I'm missing the mountains already so roll on Everest on 12th October! I've heard there's one or two mountains to see! Having re-read the trip notes I'm thinking, as per three peaks, its not the walking that's going to be the main challenge but coping with those 'squat' toilets and lack of showers, not to mention extreme cold, extreme altitude, home-sickness and one or two little hills along the way. Saying this, I know I am going to see some amazing things and it is a pleasure, as always, to raise money for Ben Williams trust along the way.So thank you so much to those who have sponsored already and, for those who might still like to, your donations are greatly appreciated!
Also thank you to everybody for your ongoing confidence in me and messages of support - they mean a lot and keep me going when the going gets tough!
Those who know me, know I am never one to shy away from a challenge. Well, this year, to mark turning 30, I am setting myself the challenge of a lifetime! What started off as a little idea in my head has now become reality and on October 14th, I will be heading off to Nepal to Mount Everest, the world's highest mountain. Now, as many of you may know, it is only proper mountaineers who will ascend the summit (I know I'm crazy but I'm not THAT crazy!) so, as a challenge that a mere mortal can face, I am heading for Everest Base Camp. Now don't be fooled by the word 'base' as this is still pretty high! It is located at a height of 5,360m (to put this in context, Ben Nevis, Britain's highest mountain lies at 1,344m or Butser Hill, the highest point on the South Down's Way and close to home, is 271m). In fact, I am doing an extended trip trekking two challenging high passes around the Everest region, crossing a glacier and summiting two peaks near Everest whilst trying to cope with the altitude. It includes 18 consecutive days of trekking with up to 9 hours walking a day.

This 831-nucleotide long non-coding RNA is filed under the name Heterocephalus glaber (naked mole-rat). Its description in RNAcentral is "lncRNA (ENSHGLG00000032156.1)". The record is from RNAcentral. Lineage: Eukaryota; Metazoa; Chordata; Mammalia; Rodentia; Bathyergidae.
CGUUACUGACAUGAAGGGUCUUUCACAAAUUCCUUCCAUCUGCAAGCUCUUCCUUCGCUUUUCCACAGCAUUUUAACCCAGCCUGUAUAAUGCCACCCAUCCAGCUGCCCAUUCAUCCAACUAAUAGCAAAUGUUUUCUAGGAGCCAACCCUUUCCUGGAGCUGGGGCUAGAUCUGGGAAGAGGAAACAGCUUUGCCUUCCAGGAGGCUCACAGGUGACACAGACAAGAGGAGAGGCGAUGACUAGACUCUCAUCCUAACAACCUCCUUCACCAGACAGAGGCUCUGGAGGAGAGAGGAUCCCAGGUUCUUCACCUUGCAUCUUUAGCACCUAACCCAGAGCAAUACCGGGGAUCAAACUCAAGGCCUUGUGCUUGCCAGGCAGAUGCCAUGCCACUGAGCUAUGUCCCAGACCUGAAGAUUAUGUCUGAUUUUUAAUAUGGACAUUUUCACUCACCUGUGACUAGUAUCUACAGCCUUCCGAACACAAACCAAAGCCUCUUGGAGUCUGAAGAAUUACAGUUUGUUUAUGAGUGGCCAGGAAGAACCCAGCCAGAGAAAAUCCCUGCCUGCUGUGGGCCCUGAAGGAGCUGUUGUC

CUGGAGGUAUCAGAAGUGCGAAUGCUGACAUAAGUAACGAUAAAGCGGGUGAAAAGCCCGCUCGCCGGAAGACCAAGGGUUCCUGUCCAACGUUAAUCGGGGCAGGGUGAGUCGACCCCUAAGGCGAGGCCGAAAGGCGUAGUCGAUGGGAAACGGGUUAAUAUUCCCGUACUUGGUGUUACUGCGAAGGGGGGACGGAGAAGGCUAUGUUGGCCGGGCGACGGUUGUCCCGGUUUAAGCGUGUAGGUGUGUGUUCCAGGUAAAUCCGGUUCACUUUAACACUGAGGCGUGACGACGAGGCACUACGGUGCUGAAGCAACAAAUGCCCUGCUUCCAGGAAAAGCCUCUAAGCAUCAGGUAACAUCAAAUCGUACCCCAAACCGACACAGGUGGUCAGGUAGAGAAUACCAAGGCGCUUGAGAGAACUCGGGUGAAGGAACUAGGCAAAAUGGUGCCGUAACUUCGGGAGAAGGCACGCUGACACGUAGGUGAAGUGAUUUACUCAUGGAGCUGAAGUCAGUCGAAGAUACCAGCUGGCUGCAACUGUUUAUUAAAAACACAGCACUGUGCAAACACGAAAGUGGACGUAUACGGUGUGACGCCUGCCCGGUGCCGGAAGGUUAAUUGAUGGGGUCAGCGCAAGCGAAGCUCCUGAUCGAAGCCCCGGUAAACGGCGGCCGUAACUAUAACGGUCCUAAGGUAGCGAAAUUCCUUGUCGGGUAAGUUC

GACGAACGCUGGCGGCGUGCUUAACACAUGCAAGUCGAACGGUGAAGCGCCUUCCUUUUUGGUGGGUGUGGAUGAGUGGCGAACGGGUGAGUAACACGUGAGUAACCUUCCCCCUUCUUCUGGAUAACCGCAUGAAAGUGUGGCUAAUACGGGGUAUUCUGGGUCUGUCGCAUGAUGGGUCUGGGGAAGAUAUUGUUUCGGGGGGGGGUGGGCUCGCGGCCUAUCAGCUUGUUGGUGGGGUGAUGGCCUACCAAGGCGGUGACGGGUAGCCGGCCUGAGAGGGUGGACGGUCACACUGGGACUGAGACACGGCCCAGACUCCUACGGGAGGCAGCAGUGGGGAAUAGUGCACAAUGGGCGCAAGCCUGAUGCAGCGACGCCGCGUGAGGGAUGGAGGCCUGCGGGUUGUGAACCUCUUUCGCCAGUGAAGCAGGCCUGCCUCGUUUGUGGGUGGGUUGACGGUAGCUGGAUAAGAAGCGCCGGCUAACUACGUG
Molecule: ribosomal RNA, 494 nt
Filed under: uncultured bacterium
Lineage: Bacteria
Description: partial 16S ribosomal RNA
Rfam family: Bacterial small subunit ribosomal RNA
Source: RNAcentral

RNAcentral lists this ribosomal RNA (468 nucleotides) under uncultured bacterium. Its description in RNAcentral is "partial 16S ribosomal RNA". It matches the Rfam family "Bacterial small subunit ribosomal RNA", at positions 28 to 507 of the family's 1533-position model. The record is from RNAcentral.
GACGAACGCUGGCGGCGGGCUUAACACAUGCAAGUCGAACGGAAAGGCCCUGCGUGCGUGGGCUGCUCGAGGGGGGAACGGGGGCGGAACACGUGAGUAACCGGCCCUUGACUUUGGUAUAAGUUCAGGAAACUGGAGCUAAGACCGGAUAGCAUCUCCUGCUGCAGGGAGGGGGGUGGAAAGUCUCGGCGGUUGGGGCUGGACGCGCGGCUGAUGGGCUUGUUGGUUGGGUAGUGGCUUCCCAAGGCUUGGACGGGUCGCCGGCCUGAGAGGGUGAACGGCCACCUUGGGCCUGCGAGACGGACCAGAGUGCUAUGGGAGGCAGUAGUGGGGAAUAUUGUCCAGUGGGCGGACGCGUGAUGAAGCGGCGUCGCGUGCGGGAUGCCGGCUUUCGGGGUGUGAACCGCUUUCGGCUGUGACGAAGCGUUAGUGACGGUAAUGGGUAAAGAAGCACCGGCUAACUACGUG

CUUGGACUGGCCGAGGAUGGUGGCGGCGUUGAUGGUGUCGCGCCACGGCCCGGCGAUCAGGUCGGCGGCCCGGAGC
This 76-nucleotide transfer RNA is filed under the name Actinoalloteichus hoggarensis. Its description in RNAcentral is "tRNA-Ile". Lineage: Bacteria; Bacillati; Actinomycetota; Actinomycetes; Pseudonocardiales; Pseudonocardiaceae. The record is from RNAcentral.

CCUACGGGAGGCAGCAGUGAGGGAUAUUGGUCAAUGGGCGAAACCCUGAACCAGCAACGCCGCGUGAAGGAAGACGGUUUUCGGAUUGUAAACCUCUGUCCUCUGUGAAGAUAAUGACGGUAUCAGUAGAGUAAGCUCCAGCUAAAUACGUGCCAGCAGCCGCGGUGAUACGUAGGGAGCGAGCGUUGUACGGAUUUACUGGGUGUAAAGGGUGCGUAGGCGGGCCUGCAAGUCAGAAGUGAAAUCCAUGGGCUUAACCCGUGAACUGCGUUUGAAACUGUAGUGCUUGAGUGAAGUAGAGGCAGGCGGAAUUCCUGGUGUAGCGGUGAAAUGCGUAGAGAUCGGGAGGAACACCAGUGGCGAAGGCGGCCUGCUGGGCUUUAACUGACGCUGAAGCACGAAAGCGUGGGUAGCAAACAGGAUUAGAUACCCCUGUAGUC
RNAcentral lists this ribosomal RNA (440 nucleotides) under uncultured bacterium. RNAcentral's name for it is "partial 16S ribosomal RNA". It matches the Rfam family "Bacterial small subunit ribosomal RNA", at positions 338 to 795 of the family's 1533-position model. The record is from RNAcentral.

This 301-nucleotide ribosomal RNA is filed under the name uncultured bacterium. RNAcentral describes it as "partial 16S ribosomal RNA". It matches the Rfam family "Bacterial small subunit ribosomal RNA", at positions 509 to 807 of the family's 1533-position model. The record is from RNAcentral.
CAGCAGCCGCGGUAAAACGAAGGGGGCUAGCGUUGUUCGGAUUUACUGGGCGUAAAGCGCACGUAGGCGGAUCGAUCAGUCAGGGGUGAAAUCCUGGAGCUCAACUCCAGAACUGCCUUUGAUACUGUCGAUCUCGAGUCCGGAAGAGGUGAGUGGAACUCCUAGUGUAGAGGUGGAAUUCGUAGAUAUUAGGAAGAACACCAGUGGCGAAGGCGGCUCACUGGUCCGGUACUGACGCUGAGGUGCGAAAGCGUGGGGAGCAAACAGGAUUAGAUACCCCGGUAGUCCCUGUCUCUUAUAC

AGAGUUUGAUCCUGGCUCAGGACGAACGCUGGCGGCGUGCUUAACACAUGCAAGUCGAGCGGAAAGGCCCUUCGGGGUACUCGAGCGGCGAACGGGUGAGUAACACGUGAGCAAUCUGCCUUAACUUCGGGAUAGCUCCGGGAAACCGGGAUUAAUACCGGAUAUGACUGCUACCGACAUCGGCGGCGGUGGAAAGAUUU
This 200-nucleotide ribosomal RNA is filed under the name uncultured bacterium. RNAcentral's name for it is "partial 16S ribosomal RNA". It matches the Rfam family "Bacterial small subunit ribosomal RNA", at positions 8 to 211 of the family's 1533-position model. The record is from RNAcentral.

So, as you can see, it is going to be quite a physical challenge and this got me thinking about how I would prepare for it. Well, I have always wanted to do 'The Three Peaks Challenge' and decided it would be a brilliant way to prepare for Everest. For those who don't know, this is an ascent of the three highest peaks in Scotland, England and Wales (Nevis, Scafell and Snowdon) within 24 hours. So in August, I will be headed for bonnie Scotland for slopes of Ben Nevis for an early start ready to tackle the three peaks.........